Makoto Fujimura, the internationally recognized artist and writer based in Belle Mead, recently marked the publication of “Art and Faith: A Theology of Making.”

Published by Yale University Press, the book continues the artist’s exploration of art making as a generative and Christian activity, a topic previously noted in his earlier works, “Cultural Care,” “Refractions: A Journey of Faith, Art, and Culture,” and “Silence and Beauty.”

In the following selection from the “Art and Faith,” the artist introduces the reader to his ideas and his practice.

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I now consider what I do in the studio to be theological work as much as aesthetic work. I experience God, my Maker, in the studio. I am immersed in the art of creating, and I have come to understand this dimension of life as the most profound way of grasping human experience and the nature of our existence in the world. I call it the “Theology of Making,” and I hope in this book to introduce its most important constellation of mysterious elements. I thus become my point of reference of a lifetime of star-gazing into the infinite realities of beauty and the sacred — and then creating.

In my studios, in between pouring precious, pulverized minerals onto handmade paper to create the prismatic, refractive surfaces of my art, I rest in my quiet space, waiting for the paper surface to dry. As I wait, I write. Art making, to me, is a discipline of awareness, prayer, and praise. Imagination gives us wings to create, but it through Christ’s tears and the invitation to the fest of God that we can be partakers of the New Creation. I take note of the process by writing, and my thoughts in between, as I have done since my student days.

In the slow process of preparing the pigments and glue, which one must learn to do with the handmade paint that I use. I realized that I was practicing a devotional liturgy of sorts. I imagine my water-based plant to possess the tears of Christ. Even breaking the sansebon nikawa (animal hide glue stick of “three thousand sticks” — as that is how the sticks were traditionally made in a vat) every morning seems sacred to me. I can tell the moisture level of the air by the sound and feel of the glue breaking. How much water to add, at what temperature, is determined by the type of painting I am working on and what I desire to accomplish. The somatic knowledge gained through years of making has become a way for me to “understand” my own works. And through this act, I begin to feel deeply the compassion of God for my own existence, and by extension for the existence of others. My works, therefore, have a life of their own, and I am listening to the voice of the Creator through my creation. I am drawn into prayer as I work.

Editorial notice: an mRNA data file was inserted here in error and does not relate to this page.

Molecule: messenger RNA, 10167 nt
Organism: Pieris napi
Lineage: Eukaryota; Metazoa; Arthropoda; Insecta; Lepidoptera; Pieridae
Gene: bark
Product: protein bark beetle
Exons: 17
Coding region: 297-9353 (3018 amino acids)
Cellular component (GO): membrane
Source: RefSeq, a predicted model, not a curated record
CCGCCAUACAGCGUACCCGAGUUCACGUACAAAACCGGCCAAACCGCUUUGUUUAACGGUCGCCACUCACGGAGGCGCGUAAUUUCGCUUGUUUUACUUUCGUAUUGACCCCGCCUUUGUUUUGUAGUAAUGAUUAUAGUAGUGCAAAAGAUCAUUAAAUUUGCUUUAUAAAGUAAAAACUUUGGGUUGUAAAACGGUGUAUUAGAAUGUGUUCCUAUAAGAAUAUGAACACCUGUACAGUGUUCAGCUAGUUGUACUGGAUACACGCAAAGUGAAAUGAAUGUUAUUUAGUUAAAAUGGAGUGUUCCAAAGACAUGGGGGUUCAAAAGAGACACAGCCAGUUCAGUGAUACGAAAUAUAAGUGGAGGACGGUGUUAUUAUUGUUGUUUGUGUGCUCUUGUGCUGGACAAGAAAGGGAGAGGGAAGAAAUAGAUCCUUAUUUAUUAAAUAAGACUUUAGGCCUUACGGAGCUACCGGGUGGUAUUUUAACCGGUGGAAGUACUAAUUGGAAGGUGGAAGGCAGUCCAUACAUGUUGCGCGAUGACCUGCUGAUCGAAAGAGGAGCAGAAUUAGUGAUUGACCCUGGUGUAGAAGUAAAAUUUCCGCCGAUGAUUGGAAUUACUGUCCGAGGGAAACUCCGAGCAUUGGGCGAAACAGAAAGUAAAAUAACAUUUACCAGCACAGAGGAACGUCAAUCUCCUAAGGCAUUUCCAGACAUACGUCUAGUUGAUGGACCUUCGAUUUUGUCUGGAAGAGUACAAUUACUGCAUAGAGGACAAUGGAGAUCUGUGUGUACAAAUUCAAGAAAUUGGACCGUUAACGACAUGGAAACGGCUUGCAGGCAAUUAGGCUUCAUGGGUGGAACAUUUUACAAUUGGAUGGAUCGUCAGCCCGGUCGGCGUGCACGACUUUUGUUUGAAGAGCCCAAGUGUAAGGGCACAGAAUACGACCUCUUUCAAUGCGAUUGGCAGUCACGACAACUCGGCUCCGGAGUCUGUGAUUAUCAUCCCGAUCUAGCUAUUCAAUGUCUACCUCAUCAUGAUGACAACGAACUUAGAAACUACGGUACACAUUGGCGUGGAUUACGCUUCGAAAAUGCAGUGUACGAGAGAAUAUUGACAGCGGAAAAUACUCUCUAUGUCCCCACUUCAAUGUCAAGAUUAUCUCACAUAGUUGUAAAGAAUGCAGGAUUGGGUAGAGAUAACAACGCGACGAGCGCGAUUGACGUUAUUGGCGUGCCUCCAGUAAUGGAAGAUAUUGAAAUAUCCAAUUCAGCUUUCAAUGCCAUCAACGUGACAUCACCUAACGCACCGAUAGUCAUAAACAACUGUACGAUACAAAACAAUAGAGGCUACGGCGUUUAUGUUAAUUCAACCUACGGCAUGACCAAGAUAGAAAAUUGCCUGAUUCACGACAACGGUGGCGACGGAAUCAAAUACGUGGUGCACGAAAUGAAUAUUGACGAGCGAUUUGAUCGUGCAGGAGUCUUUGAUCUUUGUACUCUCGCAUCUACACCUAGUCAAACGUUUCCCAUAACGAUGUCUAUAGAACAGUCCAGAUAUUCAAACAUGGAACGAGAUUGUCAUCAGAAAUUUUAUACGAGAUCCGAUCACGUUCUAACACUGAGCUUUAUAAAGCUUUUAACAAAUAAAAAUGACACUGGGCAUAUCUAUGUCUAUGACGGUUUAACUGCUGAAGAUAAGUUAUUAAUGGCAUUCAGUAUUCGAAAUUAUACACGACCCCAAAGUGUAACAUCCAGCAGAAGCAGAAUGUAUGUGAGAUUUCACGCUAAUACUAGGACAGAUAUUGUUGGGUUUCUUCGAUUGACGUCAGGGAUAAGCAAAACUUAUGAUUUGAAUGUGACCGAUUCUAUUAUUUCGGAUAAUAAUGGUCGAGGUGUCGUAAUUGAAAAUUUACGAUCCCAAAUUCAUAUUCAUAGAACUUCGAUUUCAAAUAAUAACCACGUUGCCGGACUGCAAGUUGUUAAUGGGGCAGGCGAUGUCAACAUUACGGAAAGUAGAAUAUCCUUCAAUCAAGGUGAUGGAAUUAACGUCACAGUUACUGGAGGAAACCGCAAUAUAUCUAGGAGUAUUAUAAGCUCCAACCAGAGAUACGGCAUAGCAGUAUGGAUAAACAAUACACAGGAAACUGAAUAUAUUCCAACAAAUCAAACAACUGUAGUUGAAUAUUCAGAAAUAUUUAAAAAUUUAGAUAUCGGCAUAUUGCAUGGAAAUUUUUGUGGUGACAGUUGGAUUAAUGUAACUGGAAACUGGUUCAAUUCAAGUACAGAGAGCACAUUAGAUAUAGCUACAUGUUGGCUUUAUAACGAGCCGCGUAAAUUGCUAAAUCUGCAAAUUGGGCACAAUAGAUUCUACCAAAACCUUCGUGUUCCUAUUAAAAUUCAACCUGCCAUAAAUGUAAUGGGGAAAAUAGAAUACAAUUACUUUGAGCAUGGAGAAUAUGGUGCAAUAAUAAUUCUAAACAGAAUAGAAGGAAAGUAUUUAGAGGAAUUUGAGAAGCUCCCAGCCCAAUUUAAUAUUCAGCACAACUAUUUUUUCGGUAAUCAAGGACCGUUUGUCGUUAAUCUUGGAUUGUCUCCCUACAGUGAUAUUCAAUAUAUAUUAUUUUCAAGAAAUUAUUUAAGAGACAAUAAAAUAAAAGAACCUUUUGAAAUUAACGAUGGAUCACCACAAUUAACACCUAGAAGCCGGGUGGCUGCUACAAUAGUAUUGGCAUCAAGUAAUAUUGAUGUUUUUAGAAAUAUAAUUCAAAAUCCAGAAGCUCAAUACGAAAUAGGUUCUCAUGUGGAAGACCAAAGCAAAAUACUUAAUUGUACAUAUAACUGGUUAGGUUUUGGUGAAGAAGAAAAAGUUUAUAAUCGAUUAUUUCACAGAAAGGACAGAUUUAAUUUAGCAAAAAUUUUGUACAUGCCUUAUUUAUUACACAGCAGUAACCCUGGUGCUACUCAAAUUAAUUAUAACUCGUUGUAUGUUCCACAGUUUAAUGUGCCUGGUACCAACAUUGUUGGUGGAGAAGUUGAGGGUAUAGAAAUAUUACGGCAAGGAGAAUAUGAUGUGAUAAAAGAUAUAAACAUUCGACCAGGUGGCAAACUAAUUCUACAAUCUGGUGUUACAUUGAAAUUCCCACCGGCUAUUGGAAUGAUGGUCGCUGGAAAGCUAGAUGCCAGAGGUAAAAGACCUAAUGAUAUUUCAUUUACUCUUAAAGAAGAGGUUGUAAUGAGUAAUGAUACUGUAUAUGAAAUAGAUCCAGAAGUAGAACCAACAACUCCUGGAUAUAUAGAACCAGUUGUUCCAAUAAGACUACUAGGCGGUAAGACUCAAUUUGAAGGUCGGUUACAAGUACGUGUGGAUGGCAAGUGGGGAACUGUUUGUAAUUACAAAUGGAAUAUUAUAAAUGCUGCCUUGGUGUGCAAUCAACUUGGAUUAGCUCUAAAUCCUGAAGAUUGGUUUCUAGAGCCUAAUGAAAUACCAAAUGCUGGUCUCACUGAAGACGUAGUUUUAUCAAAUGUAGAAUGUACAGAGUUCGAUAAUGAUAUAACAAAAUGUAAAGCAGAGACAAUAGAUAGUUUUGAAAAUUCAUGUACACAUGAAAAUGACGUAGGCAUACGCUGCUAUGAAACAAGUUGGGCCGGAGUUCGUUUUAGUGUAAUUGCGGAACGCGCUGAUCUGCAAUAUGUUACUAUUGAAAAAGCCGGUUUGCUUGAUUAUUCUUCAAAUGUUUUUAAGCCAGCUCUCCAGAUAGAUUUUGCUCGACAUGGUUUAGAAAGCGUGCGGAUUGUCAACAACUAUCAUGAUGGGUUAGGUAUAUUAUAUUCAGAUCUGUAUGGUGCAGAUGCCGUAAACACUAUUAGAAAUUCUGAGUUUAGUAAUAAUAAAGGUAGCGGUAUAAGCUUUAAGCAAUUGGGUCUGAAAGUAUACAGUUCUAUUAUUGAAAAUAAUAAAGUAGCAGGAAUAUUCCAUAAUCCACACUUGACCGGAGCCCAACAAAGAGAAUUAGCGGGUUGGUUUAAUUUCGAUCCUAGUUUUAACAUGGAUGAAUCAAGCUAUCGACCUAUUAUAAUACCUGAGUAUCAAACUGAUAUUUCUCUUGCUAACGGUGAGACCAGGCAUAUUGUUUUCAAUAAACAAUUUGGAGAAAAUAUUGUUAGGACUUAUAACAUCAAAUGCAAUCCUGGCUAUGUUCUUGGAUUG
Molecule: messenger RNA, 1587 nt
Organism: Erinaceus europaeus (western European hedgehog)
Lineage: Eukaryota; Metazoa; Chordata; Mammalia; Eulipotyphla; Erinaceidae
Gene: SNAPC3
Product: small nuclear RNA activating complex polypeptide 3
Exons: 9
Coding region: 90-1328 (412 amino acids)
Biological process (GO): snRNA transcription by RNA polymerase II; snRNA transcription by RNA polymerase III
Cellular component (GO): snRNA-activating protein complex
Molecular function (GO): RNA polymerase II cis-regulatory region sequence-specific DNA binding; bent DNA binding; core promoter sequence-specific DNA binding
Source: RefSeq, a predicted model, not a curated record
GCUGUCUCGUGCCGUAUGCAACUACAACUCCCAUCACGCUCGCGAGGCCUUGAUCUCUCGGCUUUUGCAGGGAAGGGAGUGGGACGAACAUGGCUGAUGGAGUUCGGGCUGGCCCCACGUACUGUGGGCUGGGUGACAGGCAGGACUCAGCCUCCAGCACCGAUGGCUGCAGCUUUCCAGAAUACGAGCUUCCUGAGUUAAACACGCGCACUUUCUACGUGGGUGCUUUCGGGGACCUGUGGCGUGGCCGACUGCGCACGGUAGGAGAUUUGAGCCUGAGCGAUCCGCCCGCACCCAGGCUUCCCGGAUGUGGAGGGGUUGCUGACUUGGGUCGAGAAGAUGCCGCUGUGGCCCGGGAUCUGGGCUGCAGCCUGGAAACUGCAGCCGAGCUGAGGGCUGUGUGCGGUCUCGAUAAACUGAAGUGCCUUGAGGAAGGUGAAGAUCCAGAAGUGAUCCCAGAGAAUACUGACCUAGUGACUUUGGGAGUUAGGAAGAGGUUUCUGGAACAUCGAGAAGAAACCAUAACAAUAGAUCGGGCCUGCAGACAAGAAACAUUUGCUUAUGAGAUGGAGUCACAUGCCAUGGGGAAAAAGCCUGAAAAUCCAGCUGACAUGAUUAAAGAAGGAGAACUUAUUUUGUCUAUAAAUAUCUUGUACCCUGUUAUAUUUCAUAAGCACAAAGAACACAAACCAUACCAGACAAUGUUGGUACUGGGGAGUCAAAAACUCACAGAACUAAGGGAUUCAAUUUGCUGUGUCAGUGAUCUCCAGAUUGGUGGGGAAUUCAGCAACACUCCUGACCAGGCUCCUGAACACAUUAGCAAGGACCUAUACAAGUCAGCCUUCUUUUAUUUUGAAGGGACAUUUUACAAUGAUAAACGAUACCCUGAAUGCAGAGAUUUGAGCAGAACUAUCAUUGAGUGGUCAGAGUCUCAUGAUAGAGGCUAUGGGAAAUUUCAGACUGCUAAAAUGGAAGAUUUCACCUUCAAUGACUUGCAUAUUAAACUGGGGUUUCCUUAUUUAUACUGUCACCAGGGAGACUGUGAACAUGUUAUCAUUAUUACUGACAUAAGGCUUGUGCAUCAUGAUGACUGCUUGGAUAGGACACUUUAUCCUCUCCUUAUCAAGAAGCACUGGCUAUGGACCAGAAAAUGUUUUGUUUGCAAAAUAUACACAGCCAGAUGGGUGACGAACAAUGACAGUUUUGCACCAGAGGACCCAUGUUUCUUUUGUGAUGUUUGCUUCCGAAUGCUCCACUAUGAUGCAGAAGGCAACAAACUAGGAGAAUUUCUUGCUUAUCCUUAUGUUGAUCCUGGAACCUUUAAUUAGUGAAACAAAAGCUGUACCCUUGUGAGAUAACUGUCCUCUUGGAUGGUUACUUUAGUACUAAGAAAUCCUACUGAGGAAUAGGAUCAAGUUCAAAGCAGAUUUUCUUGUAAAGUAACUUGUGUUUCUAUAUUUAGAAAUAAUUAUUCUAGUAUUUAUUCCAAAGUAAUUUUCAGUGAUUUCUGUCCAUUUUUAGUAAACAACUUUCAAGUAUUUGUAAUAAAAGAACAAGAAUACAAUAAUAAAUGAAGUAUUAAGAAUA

When I explain to strangers this sacred dimension of creating art, some things non-Christians have an easier time grasping it. Christians have many presuppositions about what Christianity is that ware often based upon an analytical approach to understanding truth as a set of propsitional beliefs, such that understanding and explaining take dominance over experiencing and intuiting. But the grounding is based less on a biblical, generative path than o the mechanistic, postindustrial thinking of utilitarian pragmatism. Imagine trying to explain to a flying bird the aerodynamic forces at work when its wings move. Perhaps explaining it undermines the flight itself; perhaps the effort to understand it will not help the flying at all.

This is precisely why artists can open new doors of theological illumination in sharing what Christians call the Good News of the gospel to a world that has only a dim idea, if any, of what is so good about it. Simply by spreading our wings of art to take flight, we “prove” that gravity, or God, exists. When we make, we are taking that flight into the New. Artists, whether theists or atheists, know this truth deeply, and wrestle with this reality, inside as they create. . . .

Imagination, like art, has often been seen as suspect by some Christians who perceive the art world as an assault on traditional values. These expectations of art are largely driven by fear that art will lead us away from “truth” into an anarchic freedom of expression. Yet after many decades of the church proclaiming “truth,” we are no closer as a culture to truth and beauty now than we were a century ago. I have spent the past two decades developing a path toward what I call “culture care” away from the typical culture war stance. In this book I outline a path toward culture care via what I see as flowing out from a biblical model of flourishing toward the New.

Art and Faith by Makoto Fujimura, 170 pages, $26, Yale University Press.

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